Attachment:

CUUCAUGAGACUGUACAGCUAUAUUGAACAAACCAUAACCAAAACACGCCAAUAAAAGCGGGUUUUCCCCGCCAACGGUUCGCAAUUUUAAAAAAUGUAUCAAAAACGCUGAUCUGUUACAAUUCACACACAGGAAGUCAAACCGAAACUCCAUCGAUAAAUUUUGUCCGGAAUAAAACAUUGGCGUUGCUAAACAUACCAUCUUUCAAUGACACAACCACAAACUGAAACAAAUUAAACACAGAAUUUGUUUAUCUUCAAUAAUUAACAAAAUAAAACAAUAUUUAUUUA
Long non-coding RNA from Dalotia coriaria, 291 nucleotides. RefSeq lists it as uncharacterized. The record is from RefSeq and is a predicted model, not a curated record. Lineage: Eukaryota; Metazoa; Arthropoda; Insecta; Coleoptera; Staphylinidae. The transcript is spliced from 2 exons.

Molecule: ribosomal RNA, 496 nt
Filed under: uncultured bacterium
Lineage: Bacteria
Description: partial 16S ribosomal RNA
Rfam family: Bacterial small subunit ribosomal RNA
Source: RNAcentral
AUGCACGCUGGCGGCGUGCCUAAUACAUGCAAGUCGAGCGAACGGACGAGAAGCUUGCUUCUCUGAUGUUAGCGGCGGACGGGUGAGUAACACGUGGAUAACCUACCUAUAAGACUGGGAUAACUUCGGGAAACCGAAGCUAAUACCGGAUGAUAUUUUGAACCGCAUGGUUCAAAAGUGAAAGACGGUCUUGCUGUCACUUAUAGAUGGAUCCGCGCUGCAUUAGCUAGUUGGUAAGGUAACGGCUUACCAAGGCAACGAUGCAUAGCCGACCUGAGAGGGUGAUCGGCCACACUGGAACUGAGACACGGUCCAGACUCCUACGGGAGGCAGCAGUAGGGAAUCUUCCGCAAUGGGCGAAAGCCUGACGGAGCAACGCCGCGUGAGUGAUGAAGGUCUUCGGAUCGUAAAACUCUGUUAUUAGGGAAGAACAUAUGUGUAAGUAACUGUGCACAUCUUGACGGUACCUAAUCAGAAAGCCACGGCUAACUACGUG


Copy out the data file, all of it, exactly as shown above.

CUUCAUGAGACUGUACAGCUAUAUUGAACAAACCAUAACCAAAACACGCCAAUAAAAGCGGGUUUUCCCCGCCAACGGUUCGCAAUUUUAAAAAAUGUAUCAAAAACGCUGAUCUGUUACAAUUCACACACAGGAAGUCAAACCGAAACUCCAUCGAUAAAUUUUGUCCGGAAUAAAACAUUGGCGUUGCUAAACAUACCAUCUUUCAAUGACACAACCACAAACUGAAACAAAUUAAACACAGAAUUUGUUUAUCUUCAAUAAUUAACAAAAUAAAACAAUAUUUAUUUA
Long non-coding RNA from Dalotia coriaria, 291 nucleotides. RefSeq lists it as uncharacterized. The record is from RefSeq and is a predicted model, not a curated record. Lineage: Eukaryota; Metazoa; Arthropoda; Insecta; Coleoptera; Staphylinidae. The transcript is spliced from 2 exons.

Molecule: ribosomal RNA, 496 nt
Filed under: uncultured bacterium
Lineage: Bacteria
Description: partial 16S ribosomal RNA
Rfam family: Bacterial small subunit ribosomal RNA
Source: RNAcentral
AUGCACGCUGGCGGCGUGCCUAAUACAUGCAAGUCGAGCGAACGGACGAGAAGCUUGCUUCUCUGAUGUUAGCGGCGGACGGGUGAGUAACACGUGGAUAACCUACCUAUAAGACUGGGAUAACUUCGGGAAACCGAAGCUAAUACCGGAUGAUAUUUUGAACCGCAUGGUUCAAAAGUGAAAGACGGUCUUGCUGUCACUUAUAGAUGGAUCCGCGCUGCAUUAGCUAGUUGGUAAGGUAACGGCUUACCAAGGCAACGAUGCAUAGCCGACCUGAGAGGGUGAUCGGCCACACUGGAACUGAGACACGGUCCAGACUCCUACGGGAGGCAGCAGUAGGGAAUCUUCCGCAAUGGGCGAAAGCCUGACGGAGCAACGCCGCGUGAGUGAUGAAGGUCUUCGGAUCGUAAAACUCUGUUAUUAGGGAAGAACAUAUGUGUAAGUAACUGUGCACAUCUUGACGGUACCUAAUCAGAAAGCCACGGCUAACUACGUG